Your eyelids protect your eyes from contaminants and keep them moist. Because the eyelid tissue is delicate, it’s vulnerable to painful or uncomfortable conditions. Here’s an overview of the four most common types of eyelid conditions and how they can be treated.
Inflamed eyelids could be the result of one of these conditions:
Blepharitis, typically caused by oil and bacteria
A stye, a red, sensitive bump on the edge of the eyelid
A chalazion, a lump on the eyelid due to oil gland obstruction or inflammation
Meibomian gland dysfunction, also called posterior blepharitis, is clogging of the oil glands at the base of the eyelashes
Lacrimal duct obstruction, blockage of the duct that drains tears from your eye
Most of these can be improved by regular use of warm compresses. Sometimes further interventions such as lid wipes and/or antibiotics are necessary.
Some possible conditions resulting in lesions are:
Seborrheic keratosis, oily, coloured lesions common in older adults
Actinic keratosis, flaky, scaly skin around the eye
Hidrocystoma, a clear cyst near the eyelid edge, caused by a blocked sweat gland
Molluscum contagiosum, a viral infection that produces small, waxy nodules
A nevus, a typically harmless mole or birthmark
A xanthelasma, a soft, yellow area near the inner eyelids
Treatments for lesion eyelid conditions, although rarely necessary, include surgery, laser removal or freezing.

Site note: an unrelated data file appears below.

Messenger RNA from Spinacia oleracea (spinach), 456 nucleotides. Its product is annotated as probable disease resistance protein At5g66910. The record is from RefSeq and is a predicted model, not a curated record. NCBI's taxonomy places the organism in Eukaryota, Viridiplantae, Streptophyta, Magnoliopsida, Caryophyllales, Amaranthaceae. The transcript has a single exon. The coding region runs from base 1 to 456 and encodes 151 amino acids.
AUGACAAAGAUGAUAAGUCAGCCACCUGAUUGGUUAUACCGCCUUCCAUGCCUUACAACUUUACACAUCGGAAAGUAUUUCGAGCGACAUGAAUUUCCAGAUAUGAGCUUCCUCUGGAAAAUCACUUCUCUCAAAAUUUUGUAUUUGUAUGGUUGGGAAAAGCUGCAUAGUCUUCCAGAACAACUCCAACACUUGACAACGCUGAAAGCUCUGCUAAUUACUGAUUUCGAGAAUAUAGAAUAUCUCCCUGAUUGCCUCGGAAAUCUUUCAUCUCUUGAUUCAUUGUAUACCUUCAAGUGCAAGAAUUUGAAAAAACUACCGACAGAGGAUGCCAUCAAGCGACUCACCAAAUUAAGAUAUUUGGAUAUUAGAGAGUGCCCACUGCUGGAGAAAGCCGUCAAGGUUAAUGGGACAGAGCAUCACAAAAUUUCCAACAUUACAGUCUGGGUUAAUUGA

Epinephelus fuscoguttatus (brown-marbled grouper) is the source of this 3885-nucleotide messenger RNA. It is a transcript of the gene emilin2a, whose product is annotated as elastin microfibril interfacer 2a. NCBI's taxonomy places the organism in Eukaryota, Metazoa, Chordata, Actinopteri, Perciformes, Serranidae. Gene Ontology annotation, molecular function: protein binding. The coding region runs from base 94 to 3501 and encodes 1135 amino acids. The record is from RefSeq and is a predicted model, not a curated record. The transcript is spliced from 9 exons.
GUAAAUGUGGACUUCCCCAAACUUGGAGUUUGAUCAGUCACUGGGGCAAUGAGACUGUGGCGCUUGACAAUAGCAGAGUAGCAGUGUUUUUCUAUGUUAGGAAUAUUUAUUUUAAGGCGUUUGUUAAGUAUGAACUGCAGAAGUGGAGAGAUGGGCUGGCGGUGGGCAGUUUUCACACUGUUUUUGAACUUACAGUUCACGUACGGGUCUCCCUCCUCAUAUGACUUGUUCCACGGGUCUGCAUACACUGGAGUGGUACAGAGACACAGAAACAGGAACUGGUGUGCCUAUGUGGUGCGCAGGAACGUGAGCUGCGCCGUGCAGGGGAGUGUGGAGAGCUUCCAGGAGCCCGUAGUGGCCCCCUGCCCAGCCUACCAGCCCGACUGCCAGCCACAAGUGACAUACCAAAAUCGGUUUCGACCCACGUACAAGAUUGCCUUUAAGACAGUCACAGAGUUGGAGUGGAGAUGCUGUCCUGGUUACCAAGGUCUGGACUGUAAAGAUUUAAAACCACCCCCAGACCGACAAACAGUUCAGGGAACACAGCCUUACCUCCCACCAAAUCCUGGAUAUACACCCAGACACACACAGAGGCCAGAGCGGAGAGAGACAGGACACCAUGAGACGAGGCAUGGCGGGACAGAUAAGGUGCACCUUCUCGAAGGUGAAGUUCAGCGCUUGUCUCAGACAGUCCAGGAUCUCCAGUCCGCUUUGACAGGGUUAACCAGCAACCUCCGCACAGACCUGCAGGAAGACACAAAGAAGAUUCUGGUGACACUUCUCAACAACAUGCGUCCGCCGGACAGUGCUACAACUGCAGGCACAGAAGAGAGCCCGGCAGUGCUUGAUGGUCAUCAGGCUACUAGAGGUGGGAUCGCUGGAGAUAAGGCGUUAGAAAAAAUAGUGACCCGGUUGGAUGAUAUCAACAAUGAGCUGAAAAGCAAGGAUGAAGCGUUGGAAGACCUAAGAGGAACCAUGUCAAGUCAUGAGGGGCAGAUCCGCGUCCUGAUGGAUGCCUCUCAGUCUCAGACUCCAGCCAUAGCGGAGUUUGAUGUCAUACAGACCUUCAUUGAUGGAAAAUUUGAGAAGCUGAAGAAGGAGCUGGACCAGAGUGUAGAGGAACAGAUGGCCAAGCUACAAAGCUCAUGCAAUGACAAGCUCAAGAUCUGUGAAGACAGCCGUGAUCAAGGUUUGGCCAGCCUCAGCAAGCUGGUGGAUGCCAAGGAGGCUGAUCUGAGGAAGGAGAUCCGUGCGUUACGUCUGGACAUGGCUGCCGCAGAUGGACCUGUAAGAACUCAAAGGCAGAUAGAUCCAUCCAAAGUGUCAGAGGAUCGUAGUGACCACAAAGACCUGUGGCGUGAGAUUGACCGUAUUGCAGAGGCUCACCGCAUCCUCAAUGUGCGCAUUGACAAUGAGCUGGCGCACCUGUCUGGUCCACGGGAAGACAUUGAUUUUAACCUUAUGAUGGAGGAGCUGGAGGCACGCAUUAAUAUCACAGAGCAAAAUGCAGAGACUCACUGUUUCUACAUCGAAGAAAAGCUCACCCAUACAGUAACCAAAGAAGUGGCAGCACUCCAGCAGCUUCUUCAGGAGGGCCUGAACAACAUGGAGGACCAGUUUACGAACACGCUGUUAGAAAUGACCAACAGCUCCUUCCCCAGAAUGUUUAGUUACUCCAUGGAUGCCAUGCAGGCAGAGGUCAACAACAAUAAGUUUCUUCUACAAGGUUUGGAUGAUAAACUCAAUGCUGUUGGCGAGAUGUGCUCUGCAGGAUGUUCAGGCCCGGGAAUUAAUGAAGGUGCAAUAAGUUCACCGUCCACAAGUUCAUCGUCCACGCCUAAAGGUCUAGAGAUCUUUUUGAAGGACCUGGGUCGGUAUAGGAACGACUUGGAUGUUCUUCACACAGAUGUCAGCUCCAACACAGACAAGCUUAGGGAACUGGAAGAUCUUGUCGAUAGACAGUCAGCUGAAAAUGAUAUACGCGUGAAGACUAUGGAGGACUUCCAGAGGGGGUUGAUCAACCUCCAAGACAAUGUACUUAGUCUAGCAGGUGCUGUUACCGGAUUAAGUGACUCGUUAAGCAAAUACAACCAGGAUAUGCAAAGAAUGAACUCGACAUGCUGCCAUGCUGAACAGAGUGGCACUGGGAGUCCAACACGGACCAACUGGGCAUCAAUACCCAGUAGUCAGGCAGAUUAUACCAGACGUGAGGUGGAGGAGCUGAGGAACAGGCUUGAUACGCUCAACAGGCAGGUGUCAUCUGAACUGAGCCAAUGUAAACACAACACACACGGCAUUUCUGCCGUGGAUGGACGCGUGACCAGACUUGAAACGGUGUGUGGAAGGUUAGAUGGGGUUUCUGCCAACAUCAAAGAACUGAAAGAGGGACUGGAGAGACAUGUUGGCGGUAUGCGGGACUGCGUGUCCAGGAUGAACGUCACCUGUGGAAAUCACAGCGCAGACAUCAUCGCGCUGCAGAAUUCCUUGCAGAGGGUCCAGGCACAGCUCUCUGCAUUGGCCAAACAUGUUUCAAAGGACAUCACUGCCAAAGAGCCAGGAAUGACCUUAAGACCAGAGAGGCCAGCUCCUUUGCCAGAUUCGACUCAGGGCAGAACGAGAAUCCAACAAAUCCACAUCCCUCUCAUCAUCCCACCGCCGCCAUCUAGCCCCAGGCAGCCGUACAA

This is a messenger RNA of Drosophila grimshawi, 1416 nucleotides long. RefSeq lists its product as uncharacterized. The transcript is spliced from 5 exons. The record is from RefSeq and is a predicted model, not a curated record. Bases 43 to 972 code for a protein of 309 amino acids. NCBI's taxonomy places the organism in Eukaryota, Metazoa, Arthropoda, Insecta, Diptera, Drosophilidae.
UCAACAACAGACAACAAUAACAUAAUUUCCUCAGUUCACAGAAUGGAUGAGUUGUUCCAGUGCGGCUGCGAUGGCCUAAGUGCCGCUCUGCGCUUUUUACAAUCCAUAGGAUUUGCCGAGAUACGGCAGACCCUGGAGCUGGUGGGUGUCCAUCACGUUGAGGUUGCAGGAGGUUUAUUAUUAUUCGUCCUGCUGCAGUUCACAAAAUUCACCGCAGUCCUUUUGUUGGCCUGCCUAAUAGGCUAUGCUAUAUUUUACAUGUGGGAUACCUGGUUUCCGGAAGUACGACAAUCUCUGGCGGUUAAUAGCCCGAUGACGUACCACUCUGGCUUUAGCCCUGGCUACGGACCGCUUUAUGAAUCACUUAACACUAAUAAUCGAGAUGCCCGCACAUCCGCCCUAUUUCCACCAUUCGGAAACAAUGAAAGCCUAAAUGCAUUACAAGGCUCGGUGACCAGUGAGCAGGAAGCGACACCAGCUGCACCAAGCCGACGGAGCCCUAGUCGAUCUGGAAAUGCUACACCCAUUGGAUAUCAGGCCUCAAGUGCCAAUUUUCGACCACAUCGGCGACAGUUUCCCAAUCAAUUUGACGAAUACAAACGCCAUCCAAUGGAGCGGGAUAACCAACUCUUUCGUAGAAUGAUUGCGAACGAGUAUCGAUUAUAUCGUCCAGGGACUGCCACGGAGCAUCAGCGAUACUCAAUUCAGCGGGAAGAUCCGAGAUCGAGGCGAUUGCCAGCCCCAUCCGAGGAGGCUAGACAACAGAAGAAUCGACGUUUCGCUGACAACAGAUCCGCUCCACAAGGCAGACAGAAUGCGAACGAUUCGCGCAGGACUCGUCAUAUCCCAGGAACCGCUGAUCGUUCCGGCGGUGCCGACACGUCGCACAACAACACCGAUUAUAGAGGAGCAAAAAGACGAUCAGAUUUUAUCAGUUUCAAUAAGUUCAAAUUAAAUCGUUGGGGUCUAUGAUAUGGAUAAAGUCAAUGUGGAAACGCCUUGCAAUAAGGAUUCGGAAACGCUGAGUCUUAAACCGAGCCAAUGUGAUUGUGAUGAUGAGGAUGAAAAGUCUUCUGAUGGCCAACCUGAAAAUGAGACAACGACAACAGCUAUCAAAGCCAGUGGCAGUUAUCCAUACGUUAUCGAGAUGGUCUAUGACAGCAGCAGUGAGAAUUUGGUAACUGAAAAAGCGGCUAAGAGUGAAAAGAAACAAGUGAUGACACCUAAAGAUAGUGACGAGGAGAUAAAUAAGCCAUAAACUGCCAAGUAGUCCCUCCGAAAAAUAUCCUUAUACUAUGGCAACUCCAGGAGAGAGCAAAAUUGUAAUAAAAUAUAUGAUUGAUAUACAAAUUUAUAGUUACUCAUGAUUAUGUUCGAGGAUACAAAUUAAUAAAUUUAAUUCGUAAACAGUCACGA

Some conditions that affect the mechanical function of your eyelids include:
A blepharospasm, an involuntary spasm of the eyelid muscle, causing twitching or blinking
A coloboma, a missing piece of eye tissue, usually due to abnormal gestational development
Dermatochalasis, excess eyelid skin or fatty tissue hanging over the edge of the eye
Ectropion, an eyelid turning outward, exposing the inner eyelid
A facial palsy may inhibit the eyelid’s ability to close
Trichiasis, abnormal eyelash growth pattern, causing them to rub against the cornea
Treatments for mechanical eyelid conditions include surgery or Botox injections.
Changes in the skin on your eyelid may indicate a form of cancer, such as:
Basal cell carcinoma, a firm, pearly nodule on the lower lid or near the inner fold
Squamous cell carcinoma, raised, scaly, raw lesions on the upper eyelid that can spread aggressively
Sebaceous carcinoma, resembling a chalazion or blepharitis but can spread to other organs
Melanoma, pigmented tumours that are likely to metastasize
Treatments for cancerous eyelid conditions include surgery and radiation therapy.
Visit An Eye Doctor in Edmonton
At Optometrists’ Clinic Inc., we’ll diagnose eyelid conditions during a general eye exam, and an optometrist can spot other vision problems like cataracts and glaucoma. Book an appointment at one of our clinics in Edmonton, Leduc and Westlock.